We preserve green space along Milwaukee's Rivers
The mission of the River Revitalization Foundation is to establish a parkway for public access, walkways, recreation and education, bordering the Milwaukee, Menomonee and Kinnickinnic Rivers; to use the rivers to revitalize surrounding neighborhoods; and to improve water quality.
From the past to the future, we are committed to the return of this vital natural resource for all as Milwaukee’s urban rivers land trust.
Our long-term vision is to transform the urban landscape using the river as a focal point. As a land trust, the River Revitalization Foundation will impact our quality of life through neighborhood restoration, economic vitality, conservation of natural areas, and creation of public access to these natural areas and open spaces.
The River Revitalization Foundation advocates environmental conservation, public access and sensitive recreation in metro Milwaukee’s river watersheds. To address critical land use issues and further the greenway concept, our primary focus includes ensuring:
Preservation of the River Valley
Preservation of green space in a dense urban area
Riparian buffers against encroaching development
Links with neighborhoods on both sides of the river
Conservation of critical habitat and wildlife areas
By convening partners with shared vision, values and mission, we can influence planning decisions made along this corridor.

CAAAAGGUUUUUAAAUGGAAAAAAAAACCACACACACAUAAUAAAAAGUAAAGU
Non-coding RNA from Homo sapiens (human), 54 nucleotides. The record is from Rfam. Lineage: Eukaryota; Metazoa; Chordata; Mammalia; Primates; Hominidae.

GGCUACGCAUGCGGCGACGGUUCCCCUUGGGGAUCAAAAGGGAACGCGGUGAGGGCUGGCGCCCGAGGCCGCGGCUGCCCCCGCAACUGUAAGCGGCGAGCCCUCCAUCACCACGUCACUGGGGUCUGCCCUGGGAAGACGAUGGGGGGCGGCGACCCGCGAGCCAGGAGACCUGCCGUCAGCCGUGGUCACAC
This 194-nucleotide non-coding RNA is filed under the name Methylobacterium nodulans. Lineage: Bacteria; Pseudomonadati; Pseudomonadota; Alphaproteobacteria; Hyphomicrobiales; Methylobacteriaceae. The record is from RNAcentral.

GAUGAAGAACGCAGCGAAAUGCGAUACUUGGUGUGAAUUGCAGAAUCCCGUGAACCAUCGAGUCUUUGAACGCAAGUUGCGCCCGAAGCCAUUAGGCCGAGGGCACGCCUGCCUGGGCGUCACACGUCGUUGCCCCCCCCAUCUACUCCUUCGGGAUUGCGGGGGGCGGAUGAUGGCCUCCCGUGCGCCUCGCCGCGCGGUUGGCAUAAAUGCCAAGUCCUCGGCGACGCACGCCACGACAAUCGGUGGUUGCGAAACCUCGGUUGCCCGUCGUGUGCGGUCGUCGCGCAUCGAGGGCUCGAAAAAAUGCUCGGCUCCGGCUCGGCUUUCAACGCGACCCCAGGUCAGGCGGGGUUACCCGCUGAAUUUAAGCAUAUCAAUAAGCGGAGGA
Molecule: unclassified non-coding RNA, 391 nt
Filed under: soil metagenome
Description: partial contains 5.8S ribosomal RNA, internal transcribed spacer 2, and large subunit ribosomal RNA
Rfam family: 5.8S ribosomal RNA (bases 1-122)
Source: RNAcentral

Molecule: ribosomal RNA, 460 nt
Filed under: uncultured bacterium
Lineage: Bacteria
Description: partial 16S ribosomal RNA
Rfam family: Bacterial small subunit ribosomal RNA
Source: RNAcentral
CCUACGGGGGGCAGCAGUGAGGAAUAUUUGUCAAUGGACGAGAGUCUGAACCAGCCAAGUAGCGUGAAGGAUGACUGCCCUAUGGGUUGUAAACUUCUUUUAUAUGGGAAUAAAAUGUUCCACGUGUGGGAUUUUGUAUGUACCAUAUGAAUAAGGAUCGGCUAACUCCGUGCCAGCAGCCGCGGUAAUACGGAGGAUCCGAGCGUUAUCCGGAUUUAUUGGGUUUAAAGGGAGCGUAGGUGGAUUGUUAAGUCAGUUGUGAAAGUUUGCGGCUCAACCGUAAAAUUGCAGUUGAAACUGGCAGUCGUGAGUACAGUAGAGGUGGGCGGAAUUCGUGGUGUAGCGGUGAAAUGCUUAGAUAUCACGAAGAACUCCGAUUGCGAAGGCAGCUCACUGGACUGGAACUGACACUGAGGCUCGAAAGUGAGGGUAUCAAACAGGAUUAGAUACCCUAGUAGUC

The River Revitalization Foundation was founded in 1994 by two of the larger service clubs in Wisconsin: Kiwanis Club of Milwaukee and the Rotary Club of Milwaukee. Established by the Milwaukee River Revitalization Council, appointed by Gov. Thompson in the 1980s to advise the Wisconsin Department of Natural resources about improving the environmental quality of the Milwaukee River Basin, the Foundation implements recommendations found in the Riverway Plan (1991), our guiding document. The plan’s main objectives are to create a greenway, build trails, increase public access, restore habitat, and educate the public.
Over our 25-year history, we have protected 821 acres, including establishing the Milwaukee River Greenway, created 5 miles of riverfront trail connections, planted 1,000s of native trees and plants, restored over 45 acres of habitat, engaged 100s of students and volunteers, invested over $5 million in the river valley. By preserving open space in urban areas , we have relief, through access to these spaces, from the intensity and pace of a dense urban environment. The community benefits from healthy soil, clean air, clean water, enhancing our quality of life, right here in the city.